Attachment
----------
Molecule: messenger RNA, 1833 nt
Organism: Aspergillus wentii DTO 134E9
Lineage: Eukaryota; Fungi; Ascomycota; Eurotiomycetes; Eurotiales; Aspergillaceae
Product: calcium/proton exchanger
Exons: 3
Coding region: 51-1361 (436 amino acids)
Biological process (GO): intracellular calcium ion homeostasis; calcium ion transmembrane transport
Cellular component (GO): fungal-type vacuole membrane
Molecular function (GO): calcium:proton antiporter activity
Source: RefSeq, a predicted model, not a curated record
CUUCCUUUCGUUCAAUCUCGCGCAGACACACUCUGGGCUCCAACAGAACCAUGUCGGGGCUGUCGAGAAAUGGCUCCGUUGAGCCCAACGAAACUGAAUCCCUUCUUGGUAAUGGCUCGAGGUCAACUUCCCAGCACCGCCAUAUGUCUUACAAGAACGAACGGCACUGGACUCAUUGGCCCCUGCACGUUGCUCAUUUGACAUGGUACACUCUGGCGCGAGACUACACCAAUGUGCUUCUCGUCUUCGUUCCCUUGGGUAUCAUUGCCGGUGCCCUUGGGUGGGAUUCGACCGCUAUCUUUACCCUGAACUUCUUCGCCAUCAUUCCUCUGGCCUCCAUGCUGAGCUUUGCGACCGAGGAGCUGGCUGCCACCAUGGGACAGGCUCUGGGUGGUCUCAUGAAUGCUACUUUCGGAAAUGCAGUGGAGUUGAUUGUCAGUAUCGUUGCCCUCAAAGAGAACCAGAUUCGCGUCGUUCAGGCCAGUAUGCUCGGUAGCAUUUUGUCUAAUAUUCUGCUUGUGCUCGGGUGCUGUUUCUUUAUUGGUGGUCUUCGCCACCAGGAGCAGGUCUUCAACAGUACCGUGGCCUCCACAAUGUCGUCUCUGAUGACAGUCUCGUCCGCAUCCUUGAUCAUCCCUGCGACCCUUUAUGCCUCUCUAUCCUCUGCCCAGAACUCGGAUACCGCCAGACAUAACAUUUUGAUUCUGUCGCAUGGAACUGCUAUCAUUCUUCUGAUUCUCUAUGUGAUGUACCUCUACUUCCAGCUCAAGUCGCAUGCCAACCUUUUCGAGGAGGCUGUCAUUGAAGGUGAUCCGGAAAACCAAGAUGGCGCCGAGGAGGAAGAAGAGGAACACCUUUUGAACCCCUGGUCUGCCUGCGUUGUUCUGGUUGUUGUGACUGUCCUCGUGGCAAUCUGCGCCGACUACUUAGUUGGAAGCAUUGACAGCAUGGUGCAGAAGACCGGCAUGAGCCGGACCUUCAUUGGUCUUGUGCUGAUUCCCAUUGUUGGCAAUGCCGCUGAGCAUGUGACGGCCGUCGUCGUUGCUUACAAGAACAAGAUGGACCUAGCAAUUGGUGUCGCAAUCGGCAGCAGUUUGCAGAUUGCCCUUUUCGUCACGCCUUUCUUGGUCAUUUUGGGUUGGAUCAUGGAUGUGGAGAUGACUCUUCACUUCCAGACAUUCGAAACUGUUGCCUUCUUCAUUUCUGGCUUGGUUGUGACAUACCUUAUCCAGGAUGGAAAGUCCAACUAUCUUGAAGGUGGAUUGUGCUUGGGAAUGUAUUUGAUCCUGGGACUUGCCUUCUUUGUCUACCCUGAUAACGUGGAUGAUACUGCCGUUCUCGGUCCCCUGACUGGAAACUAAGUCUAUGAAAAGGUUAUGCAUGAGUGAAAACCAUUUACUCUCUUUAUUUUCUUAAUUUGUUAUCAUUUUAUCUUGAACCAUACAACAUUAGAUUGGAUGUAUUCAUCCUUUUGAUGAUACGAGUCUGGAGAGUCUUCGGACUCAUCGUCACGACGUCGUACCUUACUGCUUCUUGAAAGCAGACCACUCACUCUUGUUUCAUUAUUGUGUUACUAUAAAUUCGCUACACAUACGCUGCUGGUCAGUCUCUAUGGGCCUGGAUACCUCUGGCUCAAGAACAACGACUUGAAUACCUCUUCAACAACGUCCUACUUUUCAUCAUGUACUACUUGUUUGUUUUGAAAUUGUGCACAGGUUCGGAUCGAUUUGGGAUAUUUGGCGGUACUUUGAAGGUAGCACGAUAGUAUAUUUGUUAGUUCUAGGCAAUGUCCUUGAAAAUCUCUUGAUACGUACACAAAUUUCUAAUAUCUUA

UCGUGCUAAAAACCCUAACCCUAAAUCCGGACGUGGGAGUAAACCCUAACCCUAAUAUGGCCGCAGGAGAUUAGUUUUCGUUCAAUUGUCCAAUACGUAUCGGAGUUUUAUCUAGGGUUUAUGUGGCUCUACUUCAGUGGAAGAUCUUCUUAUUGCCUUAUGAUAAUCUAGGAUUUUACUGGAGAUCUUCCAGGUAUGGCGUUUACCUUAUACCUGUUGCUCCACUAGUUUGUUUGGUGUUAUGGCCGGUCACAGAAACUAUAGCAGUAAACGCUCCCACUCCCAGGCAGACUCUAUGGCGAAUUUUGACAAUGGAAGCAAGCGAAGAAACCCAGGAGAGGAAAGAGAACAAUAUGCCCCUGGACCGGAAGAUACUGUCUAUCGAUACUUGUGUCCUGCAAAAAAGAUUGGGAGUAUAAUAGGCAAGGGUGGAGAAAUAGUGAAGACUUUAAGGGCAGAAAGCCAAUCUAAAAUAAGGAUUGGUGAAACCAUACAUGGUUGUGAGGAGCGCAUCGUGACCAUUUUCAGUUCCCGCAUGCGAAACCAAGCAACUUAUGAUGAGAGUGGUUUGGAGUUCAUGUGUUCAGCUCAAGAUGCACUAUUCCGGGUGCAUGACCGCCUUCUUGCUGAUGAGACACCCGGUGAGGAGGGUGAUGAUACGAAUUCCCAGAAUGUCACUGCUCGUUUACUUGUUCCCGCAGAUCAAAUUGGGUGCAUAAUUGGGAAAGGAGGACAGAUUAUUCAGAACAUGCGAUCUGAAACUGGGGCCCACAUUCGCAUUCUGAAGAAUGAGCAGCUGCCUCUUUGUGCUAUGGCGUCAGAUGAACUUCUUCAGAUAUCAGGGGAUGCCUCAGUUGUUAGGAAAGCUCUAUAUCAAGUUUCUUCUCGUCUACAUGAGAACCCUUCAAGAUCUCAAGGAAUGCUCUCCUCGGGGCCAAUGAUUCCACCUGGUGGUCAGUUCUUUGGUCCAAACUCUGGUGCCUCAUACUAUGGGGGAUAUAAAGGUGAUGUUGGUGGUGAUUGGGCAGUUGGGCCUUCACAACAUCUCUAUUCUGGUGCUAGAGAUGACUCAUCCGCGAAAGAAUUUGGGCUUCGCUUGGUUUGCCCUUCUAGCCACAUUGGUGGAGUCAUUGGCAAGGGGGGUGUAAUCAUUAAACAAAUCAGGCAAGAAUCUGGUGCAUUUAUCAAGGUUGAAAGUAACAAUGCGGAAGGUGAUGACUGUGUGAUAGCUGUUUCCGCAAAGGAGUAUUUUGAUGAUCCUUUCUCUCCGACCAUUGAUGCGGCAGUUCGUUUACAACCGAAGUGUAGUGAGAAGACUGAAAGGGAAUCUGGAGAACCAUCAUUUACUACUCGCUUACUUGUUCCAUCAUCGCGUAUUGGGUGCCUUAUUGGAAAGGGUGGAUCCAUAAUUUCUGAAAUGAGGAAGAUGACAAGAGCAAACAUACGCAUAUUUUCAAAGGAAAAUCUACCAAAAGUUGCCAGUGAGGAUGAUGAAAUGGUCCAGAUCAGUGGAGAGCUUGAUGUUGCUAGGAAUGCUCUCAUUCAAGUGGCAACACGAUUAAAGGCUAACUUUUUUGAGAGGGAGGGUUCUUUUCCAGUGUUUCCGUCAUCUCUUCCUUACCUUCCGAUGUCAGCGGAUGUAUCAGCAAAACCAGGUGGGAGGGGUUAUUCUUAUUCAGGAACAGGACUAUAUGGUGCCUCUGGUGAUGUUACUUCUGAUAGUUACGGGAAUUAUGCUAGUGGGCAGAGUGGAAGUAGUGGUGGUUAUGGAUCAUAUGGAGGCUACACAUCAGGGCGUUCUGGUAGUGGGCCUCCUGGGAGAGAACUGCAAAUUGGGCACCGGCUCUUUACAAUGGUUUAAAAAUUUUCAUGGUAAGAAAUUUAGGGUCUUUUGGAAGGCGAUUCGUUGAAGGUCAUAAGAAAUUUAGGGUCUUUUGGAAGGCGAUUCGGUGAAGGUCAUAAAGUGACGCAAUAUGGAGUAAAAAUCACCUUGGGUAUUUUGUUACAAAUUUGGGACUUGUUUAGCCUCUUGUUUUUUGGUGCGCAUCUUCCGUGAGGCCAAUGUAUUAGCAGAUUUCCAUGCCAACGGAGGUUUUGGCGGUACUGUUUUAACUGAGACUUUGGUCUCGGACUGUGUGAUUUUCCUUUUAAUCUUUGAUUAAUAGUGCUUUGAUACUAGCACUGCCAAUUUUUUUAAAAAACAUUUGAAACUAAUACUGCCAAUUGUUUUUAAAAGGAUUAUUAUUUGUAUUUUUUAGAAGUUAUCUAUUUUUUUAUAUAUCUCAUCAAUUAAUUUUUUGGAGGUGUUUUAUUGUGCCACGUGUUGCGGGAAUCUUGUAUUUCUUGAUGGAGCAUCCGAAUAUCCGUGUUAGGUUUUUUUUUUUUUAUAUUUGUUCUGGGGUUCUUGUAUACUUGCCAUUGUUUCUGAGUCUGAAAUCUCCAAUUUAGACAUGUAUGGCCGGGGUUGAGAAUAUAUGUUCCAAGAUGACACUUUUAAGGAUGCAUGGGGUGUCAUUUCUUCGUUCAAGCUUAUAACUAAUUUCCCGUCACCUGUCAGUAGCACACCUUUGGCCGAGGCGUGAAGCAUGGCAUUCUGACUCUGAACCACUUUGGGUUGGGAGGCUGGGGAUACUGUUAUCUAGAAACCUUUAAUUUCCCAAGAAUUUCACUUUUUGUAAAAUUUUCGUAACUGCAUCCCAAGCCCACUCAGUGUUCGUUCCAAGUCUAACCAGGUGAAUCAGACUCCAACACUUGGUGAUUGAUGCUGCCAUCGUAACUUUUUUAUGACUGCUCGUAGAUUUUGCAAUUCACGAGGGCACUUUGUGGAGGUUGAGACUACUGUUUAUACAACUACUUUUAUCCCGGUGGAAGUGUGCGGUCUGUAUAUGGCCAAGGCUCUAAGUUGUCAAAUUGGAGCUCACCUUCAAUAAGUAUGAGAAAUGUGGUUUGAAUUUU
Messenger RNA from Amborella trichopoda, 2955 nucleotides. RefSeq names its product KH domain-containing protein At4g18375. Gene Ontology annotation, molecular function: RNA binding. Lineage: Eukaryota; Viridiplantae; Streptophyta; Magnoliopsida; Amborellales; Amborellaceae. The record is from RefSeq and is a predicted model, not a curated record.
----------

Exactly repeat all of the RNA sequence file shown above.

Molecule: messenger RNA, 1833 nt
Organism: Aspergillus wentii DTO 134E9
Lineage: Eukaryota; Fungi; Ascomycota; Eurotiomycetes; Eurotiales; Aspergillaceae
Product: calcium/proton exchanger
Exons: 3
Coding region: 51-1361 (436 amino acids)
Biological process (GO): intracellular calcium ion homeostasis; calcium ion transmembrane transport
Cellular component (GO): fungal-type vacuole membrane
Molecular function (GO): calcium:proton antiporter activity
Source: RefSeq, a predicted model, not a curated record
CUUCCUUUCGUUCAAUCUCGCGCAGACACACUCUGGGCUCCAACAGAACCAUGUCGGGGCUGUCGAGAAAUGGCUCCGUUGAGCCCAACGAAACUGAAUCCCUUCUUGGUAAUGGCUCGAGGUCAACUUCCCAGCACCGCCAUAUGUCUUACAAGAACGAACGGCACUGGACUCAUUGGCCCCUGCACGUUGCUCAUUUGACAUGGUACACUCUGGCGCGAGACUACACCAAUGUGCUUCUCGUCUUCGUUCCCUUGGGUAUCAUUGCCGGUGCCCUUGGGUGGGAUUCGACCGCUAUCUUUACCCUGAACUUCUUCGCCAUCAUUCCUCUGGCCUCCAUGCUGAGCUUUGCGACCGAGGAGCUGGCUGCCACCAUGGGACAGGCUCUGGGUGGUCUCAUGAAUGCUACUUUCGGAAAUGCAGUGGAGUUGAUUGUCAGUAUCGUUGCCCUCAAAGAGAACCAGAUUCGCGUCGUUCAGGCCAGUAUGCUCGGUAGCAUUUUGUCUAAUAUUCUGCUUGUGCUCGGGUGCUGUUUCUUUAUUGGUGGUCUUCGCCACCAGGAGCAGGUCUUCAACAGUACCGUGGCCUCCACAAUGUCGUCUCUGAUGACAGUCUCGUCCGCAUCCUUGAUCAUCCCUGCGACCCUUUAUGCCUCUCUAUCCUCUGCCCAGAACUCGGAUACCGCCAGACAUAACAUUUUGAUUCUGUCGCAUGGAACUGCUAUCAUUCUUCUGAUUCUCUAUGUGAUGUACCUCUACUUCCAGCUCAAGUCGCAUGCCAACCUUUUCGAGGAGGCUGUCAUUGAAGGUGAUCCGGAAAACCAAGAUGGCGCCGAGGAGGAAGAAGAGGAACACCUUUUGAACCCCUGGUCUGCCUGCGUUGUUCUGGUUGUUGUGACUGUCCUCGUGGCAAUCUGCGCCGACUACUUAGUUGGAAGCAUUGACAGCAUGGUGCAGAAGACCGGCAUGAGCCGGACCUUCAUUGGUCUUGUGCUGAUUCCCAUUGUUGGCAAUGCCGCUGAGCAUGUGACGGCCGUCGUCGUUGCUUACAAGAACAAGAUGGACCUAGCAAUUGGUGUCGCAAUCGGCAGCAGUUUGCAGAUUGCCCUUUUCGUCACGCCUUUCUUGGUCAUUUUGGGUUGGAUCAUGGAUGUGGAGAUGACUCUUCACUUCCAGACAUUCGAAACUGUUGCCUUCUUCAUUUCUGGCUUGGUUGUGACAUACCUUAUCCAGGAUGGAAAGUCCAACUAUCUUGAAGGUGGAUUGUGCUUGGGAAUGUAUUUGAUCCUGGGACUUGCCUUCUUUGUCUACCCUGAUAACGUGGAUGAUACUGCCGUUCUCGGUCCCCUGACUGGAAACUAAGUCUAUGAAAAGGUUAUGCAUGAGUGAAAACCAUUUACUCUCUUUAUUUUCUUAAUUUGUUAUCAUUUUAUCUUGAACCAUACAACAUUAGAUUGGAUGUAUUCAUCCUUUUGAUGAUACGAGUCUGGAGAGUCUUCGGACUCAUCGUCACGACGUCGUACCUUACUGCUUCUUGAAAGCAGACCACUCACUCUUGUUUCAUUAUUGUGUUACUAUAAAUUCGCUACACAUACGCUGCUGGUCAGUCUCUAUGGGCCUGGAUACCUCUGGCUCAAGAACAACGACUUGAAUACCUCUUCAACAACGUCCUACUUUUCAUCAUGUACUACUUGUUUGUUUUGAAAUUGUGCACAGGUUCGGAUCGAUUUGGGAUAUUUGGCGGUACUUUGAAGGUAGCACGAUAGUAUAUUUGUUAGUUCUAGGCAAUGUCCUUGAAAAUCUCUUGAUACGUACACAAAUUUCUAAUAUCUUA

UCGUGCUAAAAACCCUAACCCUAAAUCCGGACGUGGGAGUAAACCCUAACCCUAAUAUGGCCGCAGGAGAUUAGUUUUCGUUCAAUUGUCCAAUACGUAUCGGAGUUUUAUCUAGGGUUUAUGUGGCUCUACUUCAGUGGAAGAUCUUCUUAUUGCCUUAUGAUAAUCUAGGAUUUUACUGGAGAUCUUCCAGGUAUGGCGUUUACCUUAUACCUGUUGCUCCACUAGUUUGUUUGGUGUUAUGGCCGGUCACAGAAACUAUAGCAGUAAACGCUCCCACUCCCAGGCAGACUCUAUGGCGAAUUUUGACAAUGGAAGCAAGCGAAGAAACCCAGGAGAGGAAAGAGAACAAUAUGCCCCUGGACCGGAAGAUACUGUCUAUCGAUACUUGUGUCCUGCAAAAAAGAUUGGGAGUAUAAUAGGCAAGGGUGGAGAAAUAGUGAAGACUUUAAGGGCAGAAAGCCAAUCUAAAAUAAGGAUUGGUGAAACCAUACAUGGUUGUGAGGAGCGCAUCGUGACCAUUUUCAGUUCCCGCAUGCGAAACCAAGCAACUUAUGAUGAGAGUGGUUUGGAGUUCAUGUGUUCAGCUCAAGAUGCACUAUUCCGGGUGCAUGACCGCCUUCUUGCUGAUGAGACACCCGGUGAGGAGGGUGAUGAUACGAAUUCCCAGAAUGUCACUGCUCGUUUACUUGUUCCCGCAGAUCAAAUUGGGUGCAUAAUUGGGAAAGGAGGACAGAUUAUUCAGAACAUGCGAUCUGAAACUGGGGCCCACAUUCGCAUUCUGAAGAAUGAGCAGCUGCCUCUUUGUGCUAUGGCGUCAGAUGAACUUCUUCAGAUAUCAGGGGAUGCCUCAGUUGUUAGGAAAGCUCUAUAUCAAGUUUCUUCUCGUCUACAUGAGAACCCUUCAAGAUCUCAAGGAAUGCUCUCCUCGGGGCCAAUGAUUCCACCUGGUGGUCAGUUCUUUGGUCCAAACUCUGGUGCCUCAUACUAUGGGGGAUAUAAAGGUGAUGUUGGUGGUGAUUGGGCAGUUGGGCCUUCACAACAUCUCUAUUCUGGUGCUAGAGAUGACUCAUCCGCGAAAGAAUUUGGGCUUCGCUUGGUUUGCCCUUCUAGCCACAUUGGUGGAGUCAUUGGCAAGGGGGGUGUAAUCAUUAAACAAAUCAGGCAAGAAUCUGGUGCAUUUAUCAAGGUUGAAAGUAACAAUGCGGAAGGUGAUGACUGUGUGAUAGCUGUUUCCGCAAAGGAGUAUUUUGAUGAUCCUUUCUCUCCGACCAUUGAUGCGGCAGUUCGUUUACAACCGAAGUGUAGUGAGAAGACUGAAAGGGAAUCUGGAGAACCAUCAUUUACUACUCGCUUACUUGUUCCAUCAUCGCGUAUUGGGUGCCUUAUUGGAAAGGGUGGAUCCAUAAUUUCUGAAAUGAGGAAGAUGACAAGAGCAAACAUACGCAUAUUUUCAAAGGAAAAUCUACCAAAAGUUGCCAGUGAGGAUGAUGAAAUGGUCCAGAUCAGUGGAGAGCUUGAUGUUGCUAGGAAUGCUCUCAUUCAAGUGGCAACACGAUUAAAGGCUAACUUUUUUGAGAGGGAGGGUUCUUUUCCAGUGUUUCCGUCAUCUCUUCCUUACCUUCCGAUGUCAGCGGAUGUAUCAGCAAAACCAGGUGGGAGGGGUUAUUCUUAUUCAGGAACAGGACUAUAUGGUGCCUCUGGUGAUGUUACUUCUGAUAGUUACGGGAAUUAUGCUAGUGGGCAGAGUGGAAGUAGUGGUGGUUAUGGAUCAUAUGGAGGCUACACAUCAGGGCGUUCUGGUAGUGGGCCUCCUGGGAGAGAACUGCAAAUUGGGCACCGGCUCUUUACAAUGGUUUAAAAAUUUUCAUGGUAAGAAAUUUAGGGUCUUUUGGAAGGCGAUUCGUUGAAGGUCAUAAGAAAUUUAGGGUCUUUUGGAAGGCGAUUCGGUGAAGGUCAUAAAGUGACGCAAUAUGGAGUAAAAAUCACCUUGGGUAUUUUGUUACAAAUUUGGGACUUGUUUAGCCUCUUGUUUUUUGGUGCGCAUCUUCCGUGAGGCCAAUGUAUUAGCAGAUUUCCAUGCCAACGGAGGUUUUGGCGGUACUGUUUUAACUGAGACUUUGGUCUCGGACUGUGUGAUUUUCCUUUUAAUCUUUGAUUAAUAGUGCUUUGAUACUAGCACUGCCAAUUUUUUUAAAAAACAUUUGAAACUAAUACUGCCAAUUGUUUUUAAAAGGAUUAUUAUUUGUAUUUUUUAGAAGUUAUCUAUUUUUUUAUAUAUCUCAUCAAUUAAUUUUUUGGAGGUGUUUUAUUGUGCCACGUGUUGCGGGAAUCUUGUAUUUCUUGAUGGAGCAUCCGAAUAUCCGUGUUAGGUUUUUUUUUUUUUAUAUUUGUUCUGGGGUUCUUGUAUACUUGCCAUUGUUUCUGAGUCUGAAAUCUCCAAUUUAGACAUGUAUGGCCGGGGUUGAGAAUAUAUGUUCCAAGAUGACACUUUUAAGGAUGCAUGGGGUGUCAUUUCUUCGUUCAAGCUUAUAACUAAUUUCCCGUCACCUGUCAGUAGCACACCUUUGGCCGAGGCGUGAAGCAUGGCAUUCUGACUCUGAACCACUUUGGGUUGGGAGGCUGGGGAUACUGUUAUCUAGAAACCUUUAAUUUCCCAAGAAUUUCACUUUUUGUAAAAUUUUCGUAACUGCAUCCCAAGCCCACUCAGUGUUCGUUCCAAGUCUAACCAGGUGAAUCAGACUCCAACACUUGGUGAUUGAUGCUGCCAUCGUAACUUUUUUAUGACUGCUCGUAGAUUUUGCAAUUCACGAGGGCACUUUGUGGAGGUUGAGACUACUGUUUAUACAACUACUUUUAUCCCGGUGGAAGUGUGCGGUCUGUAUAUGGCCAAGGCUCUAAGUUGUCAAAUUGGAGCUCACCUUCAAUAAGUAUGAGAAAUGUGGUUUGAAUUUU
Messenger RNA from Amborella trichopoda, 2955 nucleotides. RefSeq names its product KH domain-containing protein At4g18375. Gene Ontology annotation, molecular function: RNA binding. Lineage: Eukaryota; Viridiplantae; Streptophyta; Magnoliopsida; Amborellales; Amborellaceae. The record is from RefSeq and is a predicted model, not a curated record.